Here I am, a woman.
The interview began when he called me a pretty girl but wondered aloud if I were actually intelligent. He held a large, juicy, green apple in his hand. He took a large bite and I could hear him chewing. My one-on-one, life-changing meeting with the CEO of one of Africa’s premier peace organizations began like such and ended with a question only a man of his status could ask: “Have you put on weight? I can see it in your face.”
“You can see it in my face? The…weight?”
“Yes, I can see it in your face.”
This interview, this opportunity, this promotion that would emancipate me as an African woman, was never actually going to happen. This man saw me as a gossip-mongering, must-be-kicked-down, woman. Gasping for air I looked down at the table. It was not appropriate to tell him that as a women, my face might appear swollen due to the tearing of the lining of my uterus…once a month…every month. Not appropriate, not professional. No, nor could I tell him that not once in my life had I ever thought I was fat until now. But he seemed to think he could tell me. He turned towards the window, his teeth munching, gnawing on the apple’s core.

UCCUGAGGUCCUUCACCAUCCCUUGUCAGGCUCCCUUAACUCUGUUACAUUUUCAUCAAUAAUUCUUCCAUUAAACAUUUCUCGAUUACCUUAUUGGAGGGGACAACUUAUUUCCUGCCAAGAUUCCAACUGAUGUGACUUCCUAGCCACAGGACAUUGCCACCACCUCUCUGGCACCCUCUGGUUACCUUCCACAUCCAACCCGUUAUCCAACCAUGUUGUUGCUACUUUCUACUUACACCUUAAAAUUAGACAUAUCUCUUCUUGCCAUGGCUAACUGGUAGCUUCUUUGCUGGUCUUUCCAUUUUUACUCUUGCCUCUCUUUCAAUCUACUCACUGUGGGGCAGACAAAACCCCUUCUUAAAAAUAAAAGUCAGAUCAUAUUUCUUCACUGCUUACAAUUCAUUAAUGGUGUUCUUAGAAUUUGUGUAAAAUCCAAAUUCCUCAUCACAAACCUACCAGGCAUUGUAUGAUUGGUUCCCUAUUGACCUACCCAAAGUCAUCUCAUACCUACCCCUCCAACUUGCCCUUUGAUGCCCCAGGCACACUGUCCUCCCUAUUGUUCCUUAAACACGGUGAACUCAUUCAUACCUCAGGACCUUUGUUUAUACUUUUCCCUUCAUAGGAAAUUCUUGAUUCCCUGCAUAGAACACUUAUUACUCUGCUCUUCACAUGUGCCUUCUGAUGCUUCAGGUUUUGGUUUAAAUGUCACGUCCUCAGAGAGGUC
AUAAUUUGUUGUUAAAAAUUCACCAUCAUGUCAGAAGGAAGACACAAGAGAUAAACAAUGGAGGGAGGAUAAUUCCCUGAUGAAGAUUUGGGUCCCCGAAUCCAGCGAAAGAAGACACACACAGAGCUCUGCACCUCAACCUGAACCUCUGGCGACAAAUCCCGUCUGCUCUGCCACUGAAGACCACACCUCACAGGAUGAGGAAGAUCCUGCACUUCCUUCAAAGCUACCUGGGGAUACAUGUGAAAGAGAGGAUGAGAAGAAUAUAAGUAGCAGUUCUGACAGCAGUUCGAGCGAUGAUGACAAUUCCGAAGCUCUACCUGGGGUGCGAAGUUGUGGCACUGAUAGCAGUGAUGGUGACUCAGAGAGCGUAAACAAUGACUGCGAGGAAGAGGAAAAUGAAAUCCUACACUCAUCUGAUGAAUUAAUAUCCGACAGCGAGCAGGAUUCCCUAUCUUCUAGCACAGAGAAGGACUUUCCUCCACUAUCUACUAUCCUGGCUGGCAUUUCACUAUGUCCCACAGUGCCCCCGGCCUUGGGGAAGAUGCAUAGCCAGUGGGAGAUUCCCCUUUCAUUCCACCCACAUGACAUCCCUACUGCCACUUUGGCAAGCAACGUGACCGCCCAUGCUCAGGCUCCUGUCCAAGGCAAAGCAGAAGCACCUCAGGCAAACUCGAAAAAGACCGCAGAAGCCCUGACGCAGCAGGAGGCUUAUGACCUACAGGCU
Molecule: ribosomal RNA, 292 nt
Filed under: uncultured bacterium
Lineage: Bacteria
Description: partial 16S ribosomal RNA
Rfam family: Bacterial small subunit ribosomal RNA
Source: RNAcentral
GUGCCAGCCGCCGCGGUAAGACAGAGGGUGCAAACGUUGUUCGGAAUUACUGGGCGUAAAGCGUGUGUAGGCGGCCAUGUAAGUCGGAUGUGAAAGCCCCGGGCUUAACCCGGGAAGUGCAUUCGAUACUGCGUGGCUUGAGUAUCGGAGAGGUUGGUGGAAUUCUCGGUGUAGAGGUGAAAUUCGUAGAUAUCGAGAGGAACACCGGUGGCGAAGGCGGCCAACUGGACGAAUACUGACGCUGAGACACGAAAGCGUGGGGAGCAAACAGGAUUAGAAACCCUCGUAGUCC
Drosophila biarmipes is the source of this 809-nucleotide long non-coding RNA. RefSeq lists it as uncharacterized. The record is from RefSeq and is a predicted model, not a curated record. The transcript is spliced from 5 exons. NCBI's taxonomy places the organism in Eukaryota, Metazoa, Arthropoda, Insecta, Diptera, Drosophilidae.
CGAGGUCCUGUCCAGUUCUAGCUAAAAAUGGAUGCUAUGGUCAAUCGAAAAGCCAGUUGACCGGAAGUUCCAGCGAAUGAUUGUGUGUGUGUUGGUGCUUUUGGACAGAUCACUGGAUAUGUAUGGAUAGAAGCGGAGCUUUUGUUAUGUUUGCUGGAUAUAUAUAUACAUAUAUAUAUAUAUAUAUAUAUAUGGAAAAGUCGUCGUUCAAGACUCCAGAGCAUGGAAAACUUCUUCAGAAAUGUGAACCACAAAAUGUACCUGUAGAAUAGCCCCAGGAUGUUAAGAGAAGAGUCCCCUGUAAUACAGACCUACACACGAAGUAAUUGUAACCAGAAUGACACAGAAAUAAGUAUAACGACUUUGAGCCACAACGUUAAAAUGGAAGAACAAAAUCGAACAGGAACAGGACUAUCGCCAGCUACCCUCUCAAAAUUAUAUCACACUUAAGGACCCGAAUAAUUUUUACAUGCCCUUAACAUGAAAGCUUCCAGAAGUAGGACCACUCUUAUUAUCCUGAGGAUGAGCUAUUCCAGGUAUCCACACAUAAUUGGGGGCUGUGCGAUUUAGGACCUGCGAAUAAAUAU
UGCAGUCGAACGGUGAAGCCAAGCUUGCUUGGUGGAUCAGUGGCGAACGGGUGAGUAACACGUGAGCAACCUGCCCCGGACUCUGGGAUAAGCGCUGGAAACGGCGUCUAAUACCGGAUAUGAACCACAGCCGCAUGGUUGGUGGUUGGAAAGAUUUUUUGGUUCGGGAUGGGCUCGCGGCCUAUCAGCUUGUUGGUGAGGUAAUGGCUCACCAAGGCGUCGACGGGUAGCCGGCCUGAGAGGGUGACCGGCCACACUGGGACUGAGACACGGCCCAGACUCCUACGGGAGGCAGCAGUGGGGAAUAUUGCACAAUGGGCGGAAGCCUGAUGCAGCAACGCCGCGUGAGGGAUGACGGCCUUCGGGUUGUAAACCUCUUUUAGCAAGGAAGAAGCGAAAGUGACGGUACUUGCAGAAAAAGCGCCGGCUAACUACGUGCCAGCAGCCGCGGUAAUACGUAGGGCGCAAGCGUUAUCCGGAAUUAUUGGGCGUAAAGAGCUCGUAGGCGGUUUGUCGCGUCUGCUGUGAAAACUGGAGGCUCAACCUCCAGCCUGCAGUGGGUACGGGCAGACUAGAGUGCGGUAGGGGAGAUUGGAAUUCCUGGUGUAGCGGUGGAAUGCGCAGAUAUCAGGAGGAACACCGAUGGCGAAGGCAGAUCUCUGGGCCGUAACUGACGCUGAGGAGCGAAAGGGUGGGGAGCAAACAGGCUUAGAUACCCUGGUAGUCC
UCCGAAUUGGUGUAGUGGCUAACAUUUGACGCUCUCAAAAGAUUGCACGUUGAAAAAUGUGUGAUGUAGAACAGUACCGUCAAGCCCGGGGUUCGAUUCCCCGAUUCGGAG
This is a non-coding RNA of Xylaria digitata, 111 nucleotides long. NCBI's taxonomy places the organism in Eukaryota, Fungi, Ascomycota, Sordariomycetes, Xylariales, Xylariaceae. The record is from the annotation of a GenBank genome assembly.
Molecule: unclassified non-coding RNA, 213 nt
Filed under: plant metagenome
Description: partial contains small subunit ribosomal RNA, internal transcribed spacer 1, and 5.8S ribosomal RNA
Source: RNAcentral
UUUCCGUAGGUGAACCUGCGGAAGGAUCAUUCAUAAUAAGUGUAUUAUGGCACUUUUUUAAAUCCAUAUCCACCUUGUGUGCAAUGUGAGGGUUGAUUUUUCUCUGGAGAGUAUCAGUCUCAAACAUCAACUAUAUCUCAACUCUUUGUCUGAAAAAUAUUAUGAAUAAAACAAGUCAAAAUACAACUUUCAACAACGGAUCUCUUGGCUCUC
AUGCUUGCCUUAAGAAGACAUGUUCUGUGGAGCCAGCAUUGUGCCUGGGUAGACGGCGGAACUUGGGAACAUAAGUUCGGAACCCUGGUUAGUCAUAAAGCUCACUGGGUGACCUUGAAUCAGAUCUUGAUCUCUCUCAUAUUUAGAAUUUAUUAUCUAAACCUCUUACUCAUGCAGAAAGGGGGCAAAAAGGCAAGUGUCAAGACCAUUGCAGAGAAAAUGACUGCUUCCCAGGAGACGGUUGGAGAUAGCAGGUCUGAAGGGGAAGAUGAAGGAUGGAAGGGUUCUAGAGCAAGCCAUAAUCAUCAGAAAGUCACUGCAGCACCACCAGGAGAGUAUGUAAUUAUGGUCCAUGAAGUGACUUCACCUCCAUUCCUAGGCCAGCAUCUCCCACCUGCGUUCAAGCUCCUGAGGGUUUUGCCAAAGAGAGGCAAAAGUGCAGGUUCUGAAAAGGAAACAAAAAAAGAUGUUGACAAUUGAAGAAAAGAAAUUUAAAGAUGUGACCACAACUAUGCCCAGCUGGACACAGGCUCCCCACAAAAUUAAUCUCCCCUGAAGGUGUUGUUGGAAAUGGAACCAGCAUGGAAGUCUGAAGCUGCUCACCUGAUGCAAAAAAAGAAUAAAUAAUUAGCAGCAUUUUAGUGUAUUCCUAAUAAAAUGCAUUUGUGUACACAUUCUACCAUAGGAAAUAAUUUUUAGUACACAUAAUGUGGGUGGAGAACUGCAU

The apple was large and juicy when I had walked in, now it was just bones.
“I eat the seeds,’ he told me conspiratorially, ‘I eat the whole apple.’
I nodded and held his gaze. It is always an effort to control the fire inside me but now, I thought, at what cost? How many more insults will I allow to keep my job and my family alive? And more than that, fires are controlled out of respect – in this room there was none.
My thoughts matched the crunch of the apple, the suction of spit on the core a drain unclogging my mind.
Turning to me he leaned back, ‘You are a wild horse that needs to be tamed.’
All the doors closed.The miracle happened when I got up, walked towards the door to my freedom, opened it myself and walked out.